NYDFS Issues Amendments to Debt Collection Rules; Comment Period Open Until Next Week

The New York Department of Financial Services has issued a series of amendments to its debt collection rules for third-party debt collectors and debt buyers that could change how consumers are communicated with, including the information that must be provided after an initial communication is made. Comments on the proposed rule are due by Monday, November 8.

The proposed rule changes come at a time when a new law requiring collectors to provide an additional disclosure on initial letters sent to consumers, letting consumers know that the letter can be requested in an alternative format, such as large print, braille, or audio compact disc, is set to go into effect next week, and as collectors try to get ready for the enactment of Regulation F on November 30.

Among the proposed changes are, that within five days after an initial communication with a consumer, collectors must clearly and conspicuously send written notification to the consumer letting him or her know:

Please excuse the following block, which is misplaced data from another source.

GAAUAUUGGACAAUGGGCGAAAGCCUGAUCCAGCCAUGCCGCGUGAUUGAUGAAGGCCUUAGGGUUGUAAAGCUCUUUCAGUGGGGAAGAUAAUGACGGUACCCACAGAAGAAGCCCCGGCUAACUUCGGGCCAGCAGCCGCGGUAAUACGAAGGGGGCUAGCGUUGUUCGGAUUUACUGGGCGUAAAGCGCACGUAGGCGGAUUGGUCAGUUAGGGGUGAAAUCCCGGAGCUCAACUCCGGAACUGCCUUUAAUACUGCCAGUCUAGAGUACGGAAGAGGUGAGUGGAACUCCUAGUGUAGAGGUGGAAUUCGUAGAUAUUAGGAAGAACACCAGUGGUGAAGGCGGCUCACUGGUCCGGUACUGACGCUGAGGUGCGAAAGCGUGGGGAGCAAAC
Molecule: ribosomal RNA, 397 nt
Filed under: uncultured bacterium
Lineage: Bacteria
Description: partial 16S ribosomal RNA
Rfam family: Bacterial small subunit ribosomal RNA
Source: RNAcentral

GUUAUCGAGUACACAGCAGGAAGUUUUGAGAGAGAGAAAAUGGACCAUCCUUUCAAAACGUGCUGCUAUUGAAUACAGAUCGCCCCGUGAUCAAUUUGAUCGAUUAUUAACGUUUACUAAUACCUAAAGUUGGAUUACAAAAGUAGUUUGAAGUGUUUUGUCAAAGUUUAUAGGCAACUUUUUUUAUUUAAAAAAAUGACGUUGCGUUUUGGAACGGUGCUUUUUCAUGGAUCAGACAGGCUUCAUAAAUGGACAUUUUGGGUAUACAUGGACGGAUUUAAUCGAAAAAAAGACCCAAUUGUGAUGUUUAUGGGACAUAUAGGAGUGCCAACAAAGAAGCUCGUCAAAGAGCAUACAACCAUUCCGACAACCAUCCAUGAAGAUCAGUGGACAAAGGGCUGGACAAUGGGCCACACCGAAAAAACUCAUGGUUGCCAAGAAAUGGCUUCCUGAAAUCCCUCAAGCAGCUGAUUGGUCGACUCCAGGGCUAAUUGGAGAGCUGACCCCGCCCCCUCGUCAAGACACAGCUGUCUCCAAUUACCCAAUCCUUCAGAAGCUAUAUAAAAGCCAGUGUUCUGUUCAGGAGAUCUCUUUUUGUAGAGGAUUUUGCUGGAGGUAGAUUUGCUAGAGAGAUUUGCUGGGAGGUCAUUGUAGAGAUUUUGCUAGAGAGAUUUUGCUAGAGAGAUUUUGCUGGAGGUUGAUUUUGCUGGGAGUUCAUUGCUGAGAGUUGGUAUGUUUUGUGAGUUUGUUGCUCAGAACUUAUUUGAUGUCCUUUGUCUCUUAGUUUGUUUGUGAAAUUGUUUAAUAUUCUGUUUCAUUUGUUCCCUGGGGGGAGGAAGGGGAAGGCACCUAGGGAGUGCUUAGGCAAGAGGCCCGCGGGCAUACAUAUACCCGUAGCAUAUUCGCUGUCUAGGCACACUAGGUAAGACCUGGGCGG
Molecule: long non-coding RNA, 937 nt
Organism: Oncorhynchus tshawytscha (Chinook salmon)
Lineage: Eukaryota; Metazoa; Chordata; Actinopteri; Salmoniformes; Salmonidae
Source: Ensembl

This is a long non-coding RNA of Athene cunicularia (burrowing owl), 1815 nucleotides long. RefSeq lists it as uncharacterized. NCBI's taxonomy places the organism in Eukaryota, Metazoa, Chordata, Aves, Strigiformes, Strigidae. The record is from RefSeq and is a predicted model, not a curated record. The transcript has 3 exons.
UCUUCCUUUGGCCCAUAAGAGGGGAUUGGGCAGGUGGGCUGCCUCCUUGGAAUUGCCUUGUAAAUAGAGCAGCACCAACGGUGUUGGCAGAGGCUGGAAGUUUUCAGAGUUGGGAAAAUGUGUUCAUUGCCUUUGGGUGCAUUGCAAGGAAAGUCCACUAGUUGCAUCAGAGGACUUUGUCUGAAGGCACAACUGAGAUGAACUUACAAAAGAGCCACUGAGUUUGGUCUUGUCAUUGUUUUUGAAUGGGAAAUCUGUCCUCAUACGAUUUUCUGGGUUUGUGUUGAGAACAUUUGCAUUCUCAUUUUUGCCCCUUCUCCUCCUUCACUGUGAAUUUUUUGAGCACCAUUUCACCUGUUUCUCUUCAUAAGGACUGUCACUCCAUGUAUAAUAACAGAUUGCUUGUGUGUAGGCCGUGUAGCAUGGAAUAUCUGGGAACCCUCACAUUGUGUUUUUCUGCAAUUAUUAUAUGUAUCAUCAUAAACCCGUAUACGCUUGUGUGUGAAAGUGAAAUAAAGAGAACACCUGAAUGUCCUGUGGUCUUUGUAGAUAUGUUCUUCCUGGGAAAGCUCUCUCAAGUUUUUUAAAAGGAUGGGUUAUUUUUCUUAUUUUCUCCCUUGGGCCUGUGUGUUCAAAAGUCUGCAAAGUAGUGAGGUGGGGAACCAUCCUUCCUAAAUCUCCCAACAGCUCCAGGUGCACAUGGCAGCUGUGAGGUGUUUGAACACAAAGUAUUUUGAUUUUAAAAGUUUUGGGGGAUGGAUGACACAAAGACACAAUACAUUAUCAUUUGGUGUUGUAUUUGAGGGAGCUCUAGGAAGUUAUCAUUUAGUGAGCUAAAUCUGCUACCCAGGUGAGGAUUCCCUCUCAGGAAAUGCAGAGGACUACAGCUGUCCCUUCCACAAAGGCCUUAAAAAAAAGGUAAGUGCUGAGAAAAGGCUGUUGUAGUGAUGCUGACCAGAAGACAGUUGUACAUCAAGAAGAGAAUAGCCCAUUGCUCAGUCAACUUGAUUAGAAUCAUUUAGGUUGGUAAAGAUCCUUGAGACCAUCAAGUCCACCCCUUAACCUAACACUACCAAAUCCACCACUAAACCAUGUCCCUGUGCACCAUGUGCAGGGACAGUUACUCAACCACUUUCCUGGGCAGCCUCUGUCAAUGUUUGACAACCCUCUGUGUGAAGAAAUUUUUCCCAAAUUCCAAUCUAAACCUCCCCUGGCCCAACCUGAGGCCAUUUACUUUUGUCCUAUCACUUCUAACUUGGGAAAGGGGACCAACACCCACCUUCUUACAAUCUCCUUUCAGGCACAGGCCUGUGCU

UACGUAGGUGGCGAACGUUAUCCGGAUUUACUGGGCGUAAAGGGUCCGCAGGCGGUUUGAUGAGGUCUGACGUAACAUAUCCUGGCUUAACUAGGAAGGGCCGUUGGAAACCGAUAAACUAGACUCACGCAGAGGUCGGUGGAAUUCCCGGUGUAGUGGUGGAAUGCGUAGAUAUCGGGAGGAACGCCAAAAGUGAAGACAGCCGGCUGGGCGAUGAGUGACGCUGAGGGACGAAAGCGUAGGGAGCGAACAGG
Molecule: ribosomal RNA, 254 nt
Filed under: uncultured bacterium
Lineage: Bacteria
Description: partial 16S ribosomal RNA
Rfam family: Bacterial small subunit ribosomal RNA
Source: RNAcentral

• The name of the creditor to which the debt was originally owed or alleged to be owed;
  • The account number, if any, or a truncated version of such account number, associated with the debt;
  • The merchant brand, affinity brand, or facility name, if any, associated with the debt;
  • The name of the creditor to which the debt is currently owed;
  • The date on which the consumer allegedly defaulted on the debt;
  • The date of the last payment, including any partial payment;
  • For a debt that has not been reduced to a judgment, the applicable statute of limitations for the debt, expressed in years; and
  • An itemized accounting of the debt, including the current amount due.

Collectors would also be barred from communicating by telephone or other means of oral communication when attempting to collect on debts for which the statute of limitations has expired.

Collectors would also be limited to making three attempts to contact a consumer via telephone in a seven-day period and only allowed to have one conversation unless a consumer requests to be contacted.

Collectors would be allowed to communicated with consumers via electronic channels only if the consumer has voluntarily provided consent directly to the debt collector.

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